Last Thursday the Senate Committee on Natural Resources voted to repeal a law that paves the way for Nevada’s withdrawal from a decades-old compact regulating development and environmental protections at Lake Tahoe. In a 3-2 party-line vote, the committee approved Senate Bill 229, which seeks to undo a law passed in 2011. It now goes to the full Senate.
The previous law, SB271, set up an exit strategy for Nevada to quit the bi-state Tahoe Regional Planning Agency in 2015 unless it could come to terms with counterparts in California over development in the scenic basin that straddles the Nevada-California line. It gives the governor the option to extend the deadline another two years, to 2017.
Nevada lawmakers blamed California for favoring tough environmental standards they complained hindered development and stifled the economy of a state reeling under the weight of the Great Recession. Homeowners also complained of being bullied by regulations that prevented them from carrying out simple home improvement or safety projects, from sweeping up fallen pine needles to repaving a driveway or removing a dead tree.
One sticking point was the lack of a new regional plan, which hadn’t been updated since the last 1980s despite years of talk.
A new plan was approved by the TRPA governing board late last year. One concession to Nevada is that it gives more control for smaller development projects to local governments.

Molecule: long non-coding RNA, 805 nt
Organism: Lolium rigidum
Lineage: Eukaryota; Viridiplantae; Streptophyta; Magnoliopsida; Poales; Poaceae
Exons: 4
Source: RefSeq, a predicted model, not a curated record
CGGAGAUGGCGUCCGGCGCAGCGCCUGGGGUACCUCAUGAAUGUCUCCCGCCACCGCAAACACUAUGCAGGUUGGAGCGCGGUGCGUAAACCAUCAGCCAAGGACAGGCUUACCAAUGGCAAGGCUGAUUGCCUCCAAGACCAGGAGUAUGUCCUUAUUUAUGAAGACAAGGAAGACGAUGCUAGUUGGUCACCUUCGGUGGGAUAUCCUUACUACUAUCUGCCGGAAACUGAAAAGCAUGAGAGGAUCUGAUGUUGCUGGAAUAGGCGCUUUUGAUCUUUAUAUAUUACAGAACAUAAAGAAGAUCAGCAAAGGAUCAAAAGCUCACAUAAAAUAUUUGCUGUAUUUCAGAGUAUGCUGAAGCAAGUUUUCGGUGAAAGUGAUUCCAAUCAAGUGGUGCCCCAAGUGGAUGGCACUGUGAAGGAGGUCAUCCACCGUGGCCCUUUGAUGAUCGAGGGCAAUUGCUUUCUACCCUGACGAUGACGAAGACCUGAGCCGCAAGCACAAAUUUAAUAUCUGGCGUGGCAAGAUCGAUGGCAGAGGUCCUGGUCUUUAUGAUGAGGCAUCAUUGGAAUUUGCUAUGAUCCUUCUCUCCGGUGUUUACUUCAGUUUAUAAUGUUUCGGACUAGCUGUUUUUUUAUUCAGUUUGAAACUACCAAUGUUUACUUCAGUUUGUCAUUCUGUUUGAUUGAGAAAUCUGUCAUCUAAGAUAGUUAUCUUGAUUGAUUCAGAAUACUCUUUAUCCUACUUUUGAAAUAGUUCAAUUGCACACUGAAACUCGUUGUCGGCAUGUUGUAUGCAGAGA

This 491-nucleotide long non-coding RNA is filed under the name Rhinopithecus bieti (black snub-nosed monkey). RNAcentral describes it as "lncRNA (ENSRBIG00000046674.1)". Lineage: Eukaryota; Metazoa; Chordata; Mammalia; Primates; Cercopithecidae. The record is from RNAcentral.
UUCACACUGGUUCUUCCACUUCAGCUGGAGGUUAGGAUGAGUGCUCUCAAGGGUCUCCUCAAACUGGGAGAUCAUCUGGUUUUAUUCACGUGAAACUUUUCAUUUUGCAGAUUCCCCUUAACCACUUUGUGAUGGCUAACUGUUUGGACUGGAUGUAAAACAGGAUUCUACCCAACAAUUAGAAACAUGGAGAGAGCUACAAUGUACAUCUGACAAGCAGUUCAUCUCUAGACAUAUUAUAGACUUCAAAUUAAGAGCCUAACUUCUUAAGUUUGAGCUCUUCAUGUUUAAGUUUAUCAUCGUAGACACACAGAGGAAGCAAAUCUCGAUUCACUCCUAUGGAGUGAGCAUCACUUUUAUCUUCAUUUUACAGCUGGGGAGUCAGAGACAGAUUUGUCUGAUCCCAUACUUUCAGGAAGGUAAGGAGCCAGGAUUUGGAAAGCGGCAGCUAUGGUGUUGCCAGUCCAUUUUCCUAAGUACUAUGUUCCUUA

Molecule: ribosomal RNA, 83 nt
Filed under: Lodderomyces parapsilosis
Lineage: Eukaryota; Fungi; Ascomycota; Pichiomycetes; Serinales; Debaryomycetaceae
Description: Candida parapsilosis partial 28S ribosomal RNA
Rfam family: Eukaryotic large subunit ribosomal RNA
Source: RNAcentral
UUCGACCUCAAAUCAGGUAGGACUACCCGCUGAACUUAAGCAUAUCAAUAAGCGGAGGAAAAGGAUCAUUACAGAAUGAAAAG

Conservationists said with a new plan in place, Nevada should repeal its threat to leave TRPA and re-commit to a collaborative effort to protect Lake Tahoe.
“At this point I think it’s time Nevada shows we care about the environment,” Sen. Tick Segerblom, D-Las Vegas, said at Thursday’s committee meeting. “Right now we want to show California that we’ve done our part and let’s get back to protecting Lake Tahoe.”
But opponents, including Republican Gov. Brian Sandoval, say Nevada needs to keep the pressure up and its option open on regulating Tahoe development. They argue that even though a new regional plan has been adopted, it’s being challenged in a federal court lawsuit filed by two environmental groups.
They also counter that local governments have yet to adopt plans on how they will regulate development in their jurisdictions.
Sen. James Settelmeyer, R-Minden, said if Nevada repeals its threat, “California will no longer be at the table.” He was joined by Sen. Pete Goicoechea, R-Elko, in voting against repeal.
“The drop dead date on this is after the next legislative session,” Goicoechea said, suggesting lawmakers could reconsider repeal in the 2015 session.
Senate Bill 229 as introduced (View or Download PDF)